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The Astros’ winning formula is flexible, and it’s why they continue to have success in the postseason

It pays to have a well-rounded roster.

Seattle Mariners v. Houston Astros Photo by Daniel Shirey/MLB Photos via Getty Images

Conventional wisdom says the playoffs are a crapshoot. More often than not, winning in October can be entirely random. But not for the Astros.

Now one win away from reaching the ALCS for the sixth straight year, the Astros have continued to showcase why they’re consistently one of the last teams remaining each postseason.

In Game 1 of the ALDS, the Mariners ambushed Justin Verlander early, scoring four runs in the first two innings before tacking on two more in the fourth. It was the worst playoff start of Verlander’s illustrious career. Typically, a game feels lost when the team’s ace surrenders six runs in just four frames. It’s not supposed to happen, especially to a battle-tested future Hall of Famer who has a wealth of playoff experience.

The Astros’ script was torched before the third inning even began, but it made no difference in the end. They just win.

Coming into the postseason, the club’s winning formula was fairly clear: An elite pitching staff would shoulder the load while a top-heavy lineup would contribute with timely hits. Or so I thought.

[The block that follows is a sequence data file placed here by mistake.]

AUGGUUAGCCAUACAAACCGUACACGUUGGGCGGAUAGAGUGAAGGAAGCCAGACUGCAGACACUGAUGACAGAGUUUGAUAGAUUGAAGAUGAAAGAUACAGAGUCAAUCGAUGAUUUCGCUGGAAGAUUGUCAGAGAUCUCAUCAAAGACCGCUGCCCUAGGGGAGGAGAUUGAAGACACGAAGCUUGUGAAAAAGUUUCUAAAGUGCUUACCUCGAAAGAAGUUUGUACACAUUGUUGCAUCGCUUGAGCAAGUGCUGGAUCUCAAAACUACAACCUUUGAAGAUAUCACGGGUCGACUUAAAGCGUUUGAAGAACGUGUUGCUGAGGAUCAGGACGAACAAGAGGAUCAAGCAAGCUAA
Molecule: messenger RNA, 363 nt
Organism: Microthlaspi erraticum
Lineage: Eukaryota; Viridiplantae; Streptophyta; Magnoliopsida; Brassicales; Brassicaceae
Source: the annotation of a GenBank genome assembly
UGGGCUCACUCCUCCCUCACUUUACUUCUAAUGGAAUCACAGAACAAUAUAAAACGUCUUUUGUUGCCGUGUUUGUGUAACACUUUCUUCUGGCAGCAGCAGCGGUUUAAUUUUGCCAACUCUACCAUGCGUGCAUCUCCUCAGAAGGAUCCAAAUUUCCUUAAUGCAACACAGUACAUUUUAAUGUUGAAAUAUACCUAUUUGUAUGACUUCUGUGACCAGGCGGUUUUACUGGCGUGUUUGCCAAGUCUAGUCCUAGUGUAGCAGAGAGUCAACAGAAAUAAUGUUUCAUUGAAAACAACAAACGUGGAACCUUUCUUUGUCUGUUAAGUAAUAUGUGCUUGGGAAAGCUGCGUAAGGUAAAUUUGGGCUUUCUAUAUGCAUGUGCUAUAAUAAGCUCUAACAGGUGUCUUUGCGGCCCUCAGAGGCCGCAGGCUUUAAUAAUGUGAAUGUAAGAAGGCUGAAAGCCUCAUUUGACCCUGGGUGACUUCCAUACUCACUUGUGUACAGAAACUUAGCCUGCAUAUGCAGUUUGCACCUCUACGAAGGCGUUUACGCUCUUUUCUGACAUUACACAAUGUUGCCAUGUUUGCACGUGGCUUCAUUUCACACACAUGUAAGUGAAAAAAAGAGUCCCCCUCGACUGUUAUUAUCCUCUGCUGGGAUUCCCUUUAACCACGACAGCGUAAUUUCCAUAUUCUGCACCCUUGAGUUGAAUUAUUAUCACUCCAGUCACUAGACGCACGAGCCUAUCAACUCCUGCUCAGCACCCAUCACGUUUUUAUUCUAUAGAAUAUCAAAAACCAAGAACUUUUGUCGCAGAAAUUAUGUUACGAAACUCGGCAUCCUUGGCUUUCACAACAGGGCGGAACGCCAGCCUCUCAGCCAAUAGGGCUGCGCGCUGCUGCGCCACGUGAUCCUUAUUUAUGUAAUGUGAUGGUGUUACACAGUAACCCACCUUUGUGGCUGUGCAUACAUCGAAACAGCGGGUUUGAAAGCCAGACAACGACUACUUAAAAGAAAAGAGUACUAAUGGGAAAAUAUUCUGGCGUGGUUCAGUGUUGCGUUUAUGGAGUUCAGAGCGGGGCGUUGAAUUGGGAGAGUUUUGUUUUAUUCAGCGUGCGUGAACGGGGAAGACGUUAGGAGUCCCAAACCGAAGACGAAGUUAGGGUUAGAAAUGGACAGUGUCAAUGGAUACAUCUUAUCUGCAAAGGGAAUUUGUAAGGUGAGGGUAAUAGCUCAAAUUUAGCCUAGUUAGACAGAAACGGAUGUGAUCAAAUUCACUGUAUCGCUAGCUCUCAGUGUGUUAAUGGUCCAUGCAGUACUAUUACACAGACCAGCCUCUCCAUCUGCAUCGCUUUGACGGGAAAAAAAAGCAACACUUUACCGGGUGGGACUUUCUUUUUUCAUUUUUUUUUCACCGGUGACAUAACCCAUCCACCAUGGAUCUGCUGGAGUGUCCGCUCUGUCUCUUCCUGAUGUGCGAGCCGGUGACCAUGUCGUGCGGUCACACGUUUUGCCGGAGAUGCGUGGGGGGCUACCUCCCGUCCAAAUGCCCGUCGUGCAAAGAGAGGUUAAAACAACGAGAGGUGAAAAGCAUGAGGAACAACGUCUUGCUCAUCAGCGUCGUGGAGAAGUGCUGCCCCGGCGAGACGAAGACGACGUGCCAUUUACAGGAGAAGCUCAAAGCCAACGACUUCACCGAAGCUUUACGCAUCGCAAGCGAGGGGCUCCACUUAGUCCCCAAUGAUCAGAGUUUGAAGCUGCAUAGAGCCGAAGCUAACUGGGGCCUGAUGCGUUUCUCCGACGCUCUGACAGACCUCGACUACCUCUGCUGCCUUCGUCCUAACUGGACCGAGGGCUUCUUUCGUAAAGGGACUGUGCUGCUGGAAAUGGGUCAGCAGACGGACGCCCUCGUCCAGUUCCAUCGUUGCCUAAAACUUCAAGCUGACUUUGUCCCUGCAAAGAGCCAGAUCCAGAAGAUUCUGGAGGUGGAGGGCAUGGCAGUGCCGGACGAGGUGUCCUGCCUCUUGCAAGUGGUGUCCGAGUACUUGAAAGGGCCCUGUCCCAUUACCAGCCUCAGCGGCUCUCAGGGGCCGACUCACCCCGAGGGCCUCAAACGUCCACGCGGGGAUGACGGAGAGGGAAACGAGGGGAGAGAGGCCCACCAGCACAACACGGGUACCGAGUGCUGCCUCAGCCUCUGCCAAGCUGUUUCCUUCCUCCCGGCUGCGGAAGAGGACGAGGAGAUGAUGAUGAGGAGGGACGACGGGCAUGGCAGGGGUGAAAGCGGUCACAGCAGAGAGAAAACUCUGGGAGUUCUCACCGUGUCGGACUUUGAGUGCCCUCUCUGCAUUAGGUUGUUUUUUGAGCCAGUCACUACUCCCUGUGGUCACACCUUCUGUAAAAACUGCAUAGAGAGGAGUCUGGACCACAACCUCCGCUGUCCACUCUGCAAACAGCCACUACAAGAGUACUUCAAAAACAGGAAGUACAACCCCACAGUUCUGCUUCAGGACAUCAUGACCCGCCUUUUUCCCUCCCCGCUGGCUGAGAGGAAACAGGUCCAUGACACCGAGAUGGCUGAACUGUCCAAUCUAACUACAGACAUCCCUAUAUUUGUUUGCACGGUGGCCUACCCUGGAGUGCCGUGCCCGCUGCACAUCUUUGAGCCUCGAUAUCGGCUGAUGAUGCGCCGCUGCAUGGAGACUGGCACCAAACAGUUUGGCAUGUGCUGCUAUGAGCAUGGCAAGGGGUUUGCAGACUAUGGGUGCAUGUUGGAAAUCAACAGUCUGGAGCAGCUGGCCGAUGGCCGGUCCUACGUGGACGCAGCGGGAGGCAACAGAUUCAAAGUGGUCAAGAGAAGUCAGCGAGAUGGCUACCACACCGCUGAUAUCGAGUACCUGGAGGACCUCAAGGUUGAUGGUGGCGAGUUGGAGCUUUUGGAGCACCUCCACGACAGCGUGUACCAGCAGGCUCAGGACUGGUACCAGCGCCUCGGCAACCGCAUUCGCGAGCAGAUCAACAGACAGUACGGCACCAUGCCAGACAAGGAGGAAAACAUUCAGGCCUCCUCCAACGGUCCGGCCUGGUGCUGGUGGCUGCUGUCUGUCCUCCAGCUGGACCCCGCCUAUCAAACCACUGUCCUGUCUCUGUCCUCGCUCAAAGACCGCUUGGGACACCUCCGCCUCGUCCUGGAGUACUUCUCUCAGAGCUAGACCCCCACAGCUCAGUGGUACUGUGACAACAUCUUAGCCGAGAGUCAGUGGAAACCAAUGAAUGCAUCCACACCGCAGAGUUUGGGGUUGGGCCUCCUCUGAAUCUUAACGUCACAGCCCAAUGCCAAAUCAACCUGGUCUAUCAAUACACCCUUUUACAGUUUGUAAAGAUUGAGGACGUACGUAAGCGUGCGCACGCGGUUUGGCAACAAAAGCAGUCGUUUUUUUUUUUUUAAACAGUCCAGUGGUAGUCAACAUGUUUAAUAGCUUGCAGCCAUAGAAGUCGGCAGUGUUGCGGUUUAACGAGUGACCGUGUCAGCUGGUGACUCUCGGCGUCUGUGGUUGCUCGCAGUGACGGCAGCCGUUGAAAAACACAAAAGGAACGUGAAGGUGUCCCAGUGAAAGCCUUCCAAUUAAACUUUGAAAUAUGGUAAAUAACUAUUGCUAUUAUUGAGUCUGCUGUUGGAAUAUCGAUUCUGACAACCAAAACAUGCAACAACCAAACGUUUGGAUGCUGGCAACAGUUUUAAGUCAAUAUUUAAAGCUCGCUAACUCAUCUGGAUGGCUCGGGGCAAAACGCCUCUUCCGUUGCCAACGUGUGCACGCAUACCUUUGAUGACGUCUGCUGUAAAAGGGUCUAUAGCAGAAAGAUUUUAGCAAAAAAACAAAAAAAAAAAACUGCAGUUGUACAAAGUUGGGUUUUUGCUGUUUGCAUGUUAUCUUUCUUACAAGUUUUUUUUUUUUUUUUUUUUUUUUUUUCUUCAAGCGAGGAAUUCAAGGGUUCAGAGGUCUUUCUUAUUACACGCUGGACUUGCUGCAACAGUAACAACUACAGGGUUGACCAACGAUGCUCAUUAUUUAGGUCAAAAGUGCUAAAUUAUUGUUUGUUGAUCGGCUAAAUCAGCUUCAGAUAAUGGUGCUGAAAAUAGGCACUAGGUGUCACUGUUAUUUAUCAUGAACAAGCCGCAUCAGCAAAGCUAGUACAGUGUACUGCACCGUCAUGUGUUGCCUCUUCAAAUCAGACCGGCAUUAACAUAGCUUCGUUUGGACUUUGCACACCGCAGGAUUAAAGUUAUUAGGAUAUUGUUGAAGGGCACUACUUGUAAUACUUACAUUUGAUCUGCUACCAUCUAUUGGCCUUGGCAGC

While Game 2 displayed that exact blueprint, Game 1 was just further evidence that the Astros have a unique capability that few other teams have: being able to win in a multitude of ways.

It’s seemingly been a trademark of the organization over the last five-plus years, though it wasn’t quite by design. Rather, it’s a byproduct of assembling an exceptionally well-rounded roster. Granted, the Astros don’t have a historically good offense this year as they did in prior runs, but their hitters collectively registered the sixth-highest wRC+ in baseball in 2022.

Overcoming a four-run deficit with just six outs left is an incredibly difficult thing to do. The Astros were down to their final one when Yordan Álvarez made an upper-deck deposit into right field. Nothing about Game 1 resembled any kind of grand plan. It was purely a showcase of resilience and poise. And it wasn’t all Álvarez.

Despite trailing for the entirety of the game, there weren’t any visible signs of panic. The bullpen, which posted the lowest ERA among all 30 teams during the regular season, allowed just one run while unexpectedly having to cover five innings. The lineup then delivered quality plate appearance after quality plate appearance in the latter stages of the game against a talented Mariners bullpen.

It would be stating the obvious to say that the Astros are built to win after a 106-win season, but there is something to be said about their next-level play in October. Tuesday’s epic comeback win is a prime example.

They’ll be hard-pressed to earn a more impressive victory going forward, but collecting playoff wins in general has seemingly become second-nature for the defending AL champions.

This much has become clear: Whatever the situation, they’ll adapt.